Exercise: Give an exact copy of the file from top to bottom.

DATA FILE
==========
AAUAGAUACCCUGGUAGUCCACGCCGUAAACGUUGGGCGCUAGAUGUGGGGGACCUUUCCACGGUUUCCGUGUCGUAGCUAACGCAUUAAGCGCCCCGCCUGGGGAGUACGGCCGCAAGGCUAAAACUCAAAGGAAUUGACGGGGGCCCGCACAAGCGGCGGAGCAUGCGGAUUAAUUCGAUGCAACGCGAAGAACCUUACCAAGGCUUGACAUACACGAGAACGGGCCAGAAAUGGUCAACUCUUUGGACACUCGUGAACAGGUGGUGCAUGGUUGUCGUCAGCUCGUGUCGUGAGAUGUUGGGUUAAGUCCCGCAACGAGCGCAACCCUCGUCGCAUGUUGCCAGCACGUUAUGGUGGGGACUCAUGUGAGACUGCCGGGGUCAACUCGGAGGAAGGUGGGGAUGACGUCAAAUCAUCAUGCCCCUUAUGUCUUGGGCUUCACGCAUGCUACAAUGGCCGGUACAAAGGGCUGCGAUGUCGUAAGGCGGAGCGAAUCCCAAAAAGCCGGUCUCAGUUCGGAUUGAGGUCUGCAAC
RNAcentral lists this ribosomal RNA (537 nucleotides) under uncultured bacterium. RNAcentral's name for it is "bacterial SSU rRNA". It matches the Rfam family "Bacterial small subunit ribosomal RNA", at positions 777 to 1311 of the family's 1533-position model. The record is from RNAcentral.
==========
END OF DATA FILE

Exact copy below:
AAUAGAUACCCUGGUAGUCCACGCCGUAAACGUUGGGCGCUAGAUGUGGGGGACCUUUCCACGGUUUCCGUGUCGUAGCUAACGCAUUAAGCGCCCCGCCUGGGGAGUACGGCCGCAAGGCUAAAACUCAAAGGAAUUGACGGGGGCCCGCACAAGCGGCGGAGCAUGCGGAUUAAUUCGAUGCAACGCGAAGAACCUUACCAAGGCUUGACAUACACGAGAACGGGCCAGAAAUGGUCAACUCUUUGGACACUCGUGAACAGGUGGUGCAUGGUUGUCGUCAGCUCGUGUCGUGAGAUGUUGGGUUAAGUCCCGCAACGAGCGCAACCCUCGUCGCAUGUUGCCAGCACGUUAUGGUGGGGACUCAUGUGAGACUGCCGGGGUCAACUCGGAGGAAGGUGGGGAUGACGUCAAAUCAUCAUGCCCCUUAUGUCUUGGGCUUCACGCAUGCUACAAUGGCCGGUACAAAGGGCUGCGAUGUCGUAAGGCGGAGCGAAUCCCAAAAAGCCGGUCUCAGUUCGGAUUGAGGUCUGCAAC
RNAcentral lists this ribosomal RNA (537 nucleotides) under uncultured bacterium. RNAcentral's name for it is "bacterial SSU rRNA". It matches the Rfam family "Bacterial small subunit ribosomal RNA", at positions 777 to 1311 of the family's 1533-position model. The record is from RNAcentral.